Volume 12, Issue 34 ~ August 19 - 25, 2004
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Dock of the Bay

photo by Maureen Miller
Del. Virginia Clagett with Barbara and Jack Smith, at a roast celebrating Smith’s 80th birthday and recognizing him for his contributions to the community.
Roasting and Toasting Jack Smith

In Galesville, a village where heritage rules, longevity seems a habit. When Jack Smith took his turn to 80, he wasn’t the only one at the party who’d passed that milestone. Among the 150 friends, neighbors and relatives celebrating was Smith’s 100-year-old aunt, Agnes Dixon.

Billed as a “Roast and Toast to celebrate the illustrious and perhaps infamous Mr. Jack of All Trades Smith,” it was a fun-filled evening sponsored by, and benefiting, the Galesville Heritage Society.

Smith — well known for sending peels of laughter through a crowd with his quips, stories and elaboration of the facts — had the tables turned on him, as friends and politicians stepped forward to roast him.

“This is a man I can look up to,” said Anne Arundel County Councilman Big Ed Reilly, who towers over Smith, as he passed on the county council’s congratulations.

Jack Smith — husband, father, sailor, Naval Air cadet, teacher, country store keeper, lumberyard owner, environmentalist, volunteer and an unbelievably spry octogenarian with a twinkle in his eye and a 1950s crewcut — smiled up at Reilly and shook his hand.

Del. Virginia Clagett presented Smith with a pin making him an honorary member of the General Assembly.

Representing County Executive Janet Owens, Bea Poulin presented Smith with a citation saluting him “as one of Galesville’s treasures.”

Smith responded with typical modesty. “As I look out in the crowd, at those here from Galesville, they have done just as much as I.”

But all knew that isn’t quite true.

Smith was born in Galesville, and other than the few years he spent away at school and in the service, that village has been his home.

Jean Trott, a Galesville native and distant cousin, remembers back into the 1930s, when “Jack was the teacher’s pet. We never knew whether to kiss his ring or adjust his halo,” she said.

Following in the footsteps of his mother, Jessi Dubel Smith, who chronicled Galesville’s history with the Maryland Gazette, Smith has dedicated much of his life to preserving the heritage of Galesville.

In the seven years Smith served on the Galesville Heritage Society’s board, he has led the society from a tiny room behind the West River Market to its own historic home, the old Carrie Weedon house.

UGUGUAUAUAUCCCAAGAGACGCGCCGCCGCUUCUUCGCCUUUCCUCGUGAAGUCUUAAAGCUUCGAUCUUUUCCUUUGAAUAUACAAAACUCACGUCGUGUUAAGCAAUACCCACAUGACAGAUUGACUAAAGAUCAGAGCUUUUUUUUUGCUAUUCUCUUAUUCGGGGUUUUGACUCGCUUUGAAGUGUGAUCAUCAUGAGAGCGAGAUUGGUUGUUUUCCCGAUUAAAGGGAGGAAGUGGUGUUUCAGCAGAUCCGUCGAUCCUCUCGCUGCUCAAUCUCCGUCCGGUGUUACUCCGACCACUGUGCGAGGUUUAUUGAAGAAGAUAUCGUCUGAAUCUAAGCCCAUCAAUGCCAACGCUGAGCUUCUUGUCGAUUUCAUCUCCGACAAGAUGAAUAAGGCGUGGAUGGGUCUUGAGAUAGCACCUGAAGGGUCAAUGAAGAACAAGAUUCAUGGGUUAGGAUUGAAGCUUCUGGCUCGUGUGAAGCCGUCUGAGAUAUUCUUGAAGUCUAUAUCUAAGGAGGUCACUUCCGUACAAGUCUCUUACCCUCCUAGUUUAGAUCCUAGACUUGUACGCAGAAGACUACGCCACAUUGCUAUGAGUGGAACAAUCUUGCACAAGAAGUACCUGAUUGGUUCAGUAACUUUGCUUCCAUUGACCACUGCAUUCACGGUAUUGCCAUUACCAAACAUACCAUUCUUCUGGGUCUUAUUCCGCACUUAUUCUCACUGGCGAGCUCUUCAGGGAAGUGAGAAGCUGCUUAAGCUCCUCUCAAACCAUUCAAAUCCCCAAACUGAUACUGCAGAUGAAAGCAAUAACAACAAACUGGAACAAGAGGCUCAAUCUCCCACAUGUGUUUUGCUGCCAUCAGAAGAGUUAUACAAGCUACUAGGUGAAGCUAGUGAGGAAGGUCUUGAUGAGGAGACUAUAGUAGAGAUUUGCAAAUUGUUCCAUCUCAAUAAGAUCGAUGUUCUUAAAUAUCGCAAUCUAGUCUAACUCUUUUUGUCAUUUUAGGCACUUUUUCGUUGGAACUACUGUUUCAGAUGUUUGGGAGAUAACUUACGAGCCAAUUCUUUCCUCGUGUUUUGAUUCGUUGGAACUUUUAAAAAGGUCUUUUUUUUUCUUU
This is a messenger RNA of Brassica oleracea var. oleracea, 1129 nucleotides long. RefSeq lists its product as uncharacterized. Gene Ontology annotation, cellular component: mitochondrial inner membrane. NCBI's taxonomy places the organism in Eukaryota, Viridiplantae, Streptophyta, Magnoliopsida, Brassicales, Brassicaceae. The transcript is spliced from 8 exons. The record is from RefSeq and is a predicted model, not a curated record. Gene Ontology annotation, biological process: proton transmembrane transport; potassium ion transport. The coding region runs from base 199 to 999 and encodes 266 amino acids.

Leni Preston, who has worked with Smith on an interpretive plan for the new museum, quoted Emerson to describe Smith’s tireless efforts in the Heritage Society: “What you do speaks so loudly that I cannot hear what you say.”

A believer in conservation as well as preservation, Smith raises oysters off his dock to help replenish the Chesapeake Bay population; he grows native grasses in his yard; and he uses his Coast Guard Sea School captain’s license to conduct weekly tours of the history of Galesville from the water.

Smith’s tireless enthusiasm is known across the county. He travels 40 miles twice a month delivering Meals on Wheels to six customers. He is a past president and board member of the South Anne Arundel Lions Club.

He’s been honored with Southern Anne Arundel Chamber of Commerce’s Gene Hall Award and the Jaycee’s Outstanding Man of the Year Award.

Jack Smith has made history just as he’s helped preserve it.

As a young man during World War II, Smith joined the Navy and was stationed at Attu Island in Alaska. Back home, he finished college, taught math and science in a Baltimore County high school, was keeper of the Smith Country Store in Galesville and then manager of the family lumber company.

The Smith Building Supply Company, which Smith owned and operated for 33 years until its closing in 2001, wasn’t your typical lumberyard. It was a mom and pop business on the crossroads of Churchton and Shady Side, a one-stop lumber, hardware and garden store where service and advice were freely laced with jokes and generosity.

“Many months our Accounts Receivable would run in the one-million-dollar range,” says Smith, a man known to never to say no to anybody.

Several who roasted Smith talked about their first meeting at the lumberyard.

Terry Smith (no relation to Jack, as he reminded the crowd) of the PBS NewsHour with Jim Lehrer, remembered his first visit, after buying a house in Shady Side.